The James Joyce House of the Dead in Dublin was the setting of Joyce's famous story "The Dead". The house is [was] available to rent for any event, party, business meeting, wedding, dinner or wake. There is [was] also a contemporary art gallery in the house where regular exhibitions take place.
It is interesting to note that there was a proposal by Dublin City councillors Dermot Lacey and Paddy McCartan to transfer the remains of James and Nora Joyce from Zurich to Dublin as a way to celebrate Joyce as we approach the centenary of the publication of Ulysses death.
The house of The Dead at 15 Usher’s Island is now under threat. To put things in context it should be mentioned that 7 Eccles Street disappeared in the 1960s while the Ormond Hotel Bar and Barney Kiernan’s pub on Little Britain Street are also gone.
The bad news is that the setting of Joyce’s universally acclaimed short story now risks destruction following the application from the developers, Fergus McCabe and Brian Stynes. The plan is gut and redevelop the “protected structure” as a 56-room hostel with a four-storey extension at the back.
This late eighteenth-century house shown in my photographs was built for Joshua Pim, a grain merchant. In the 1890s it was the home of James Joyce's grand-aunts and was the setting of his short story 'The Dead'. It was used in 1987 by John Huston as the set for the film version. Its proportions and decorative door-case are typical of Dublin Georgian townhouses. Together with numbers 12 and 14 it contributes positively to the historic character of the south quays, occupying a prominent position which closes the vista from Blackhall Place and the James Joyce Bridge. It has been recently restored, and its top storey reinstated.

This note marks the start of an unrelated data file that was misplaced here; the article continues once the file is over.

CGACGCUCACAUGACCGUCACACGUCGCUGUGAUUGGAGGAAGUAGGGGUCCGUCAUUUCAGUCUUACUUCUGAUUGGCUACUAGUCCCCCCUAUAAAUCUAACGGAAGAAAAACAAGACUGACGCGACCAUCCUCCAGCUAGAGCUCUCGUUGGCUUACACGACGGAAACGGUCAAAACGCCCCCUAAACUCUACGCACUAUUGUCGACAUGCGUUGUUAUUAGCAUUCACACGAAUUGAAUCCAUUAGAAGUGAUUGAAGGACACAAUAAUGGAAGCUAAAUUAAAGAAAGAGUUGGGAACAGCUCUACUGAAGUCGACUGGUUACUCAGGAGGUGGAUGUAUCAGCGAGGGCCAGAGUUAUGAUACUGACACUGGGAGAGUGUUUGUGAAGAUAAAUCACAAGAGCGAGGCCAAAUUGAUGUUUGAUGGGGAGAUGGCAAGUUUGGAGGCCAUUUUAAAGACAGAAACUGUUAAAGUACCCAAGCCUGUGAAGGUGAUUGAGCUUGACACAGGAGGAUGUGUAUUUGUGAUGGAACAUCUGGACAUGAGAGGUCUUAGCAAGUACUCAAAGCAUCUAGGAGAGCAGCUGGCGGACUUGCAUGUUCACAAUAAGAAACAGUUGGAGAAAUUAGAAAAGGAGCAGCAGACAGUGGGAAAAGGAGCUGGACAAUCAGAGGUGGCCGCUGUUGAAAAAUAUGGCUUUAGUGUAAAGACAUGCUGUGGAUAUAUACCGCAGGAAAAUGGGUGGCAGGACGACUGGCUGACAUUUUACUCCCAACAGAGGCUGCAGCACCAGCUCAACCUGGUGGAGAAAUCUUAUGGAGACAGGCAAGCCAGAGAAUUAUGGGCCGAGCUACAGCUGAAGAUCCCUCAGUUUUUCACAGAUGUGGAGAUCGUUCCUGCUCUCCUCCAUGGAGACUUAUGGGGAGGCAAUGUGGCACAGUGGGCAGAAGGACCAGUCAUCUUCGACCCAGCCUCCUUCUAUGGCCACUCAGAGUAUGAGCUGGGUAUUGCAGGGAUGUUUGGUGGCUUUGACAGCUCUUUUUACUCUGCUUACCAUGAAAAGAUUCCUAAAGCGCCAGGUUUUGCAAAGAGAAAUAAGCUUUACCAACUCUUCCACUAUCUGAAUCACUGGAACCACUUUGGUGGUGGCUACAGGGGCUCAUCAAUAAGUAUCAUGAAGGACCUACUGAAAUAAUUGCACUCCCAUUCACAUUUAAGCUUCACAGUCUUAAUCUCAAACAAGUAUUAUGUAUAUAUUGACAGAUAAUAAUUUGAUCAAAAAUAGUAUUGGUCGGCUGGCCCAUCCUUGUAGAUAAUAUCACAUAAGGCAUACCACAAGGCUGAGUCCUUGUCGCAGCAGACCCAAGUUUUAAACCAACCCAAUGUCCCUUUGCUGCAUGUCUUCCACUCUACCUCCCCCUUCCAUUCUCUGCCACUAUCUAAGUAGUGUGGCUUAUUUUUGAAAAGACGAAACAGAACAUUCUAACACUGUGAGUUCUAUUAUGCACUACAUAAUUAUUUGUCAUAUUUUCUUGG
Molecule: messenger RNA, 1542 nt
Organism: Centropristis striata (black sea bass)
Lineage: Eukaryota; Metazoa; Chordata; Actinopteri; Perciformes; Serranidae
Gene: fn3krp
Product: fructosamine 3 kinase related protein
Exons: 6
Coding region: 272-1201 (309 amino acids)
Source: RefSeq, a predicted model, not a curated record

Back in September 2016 Ushers Island was rated as the ugliest part of Dublin. According to architect Motti Ruimy and urban planner Paul Kearns, authors of Redrawing Dublin [https://amzn.to/2CbNCGU], the ugliest ares are the Usher’s Island-Bridgefoot Street area, Cork Street and the Coom
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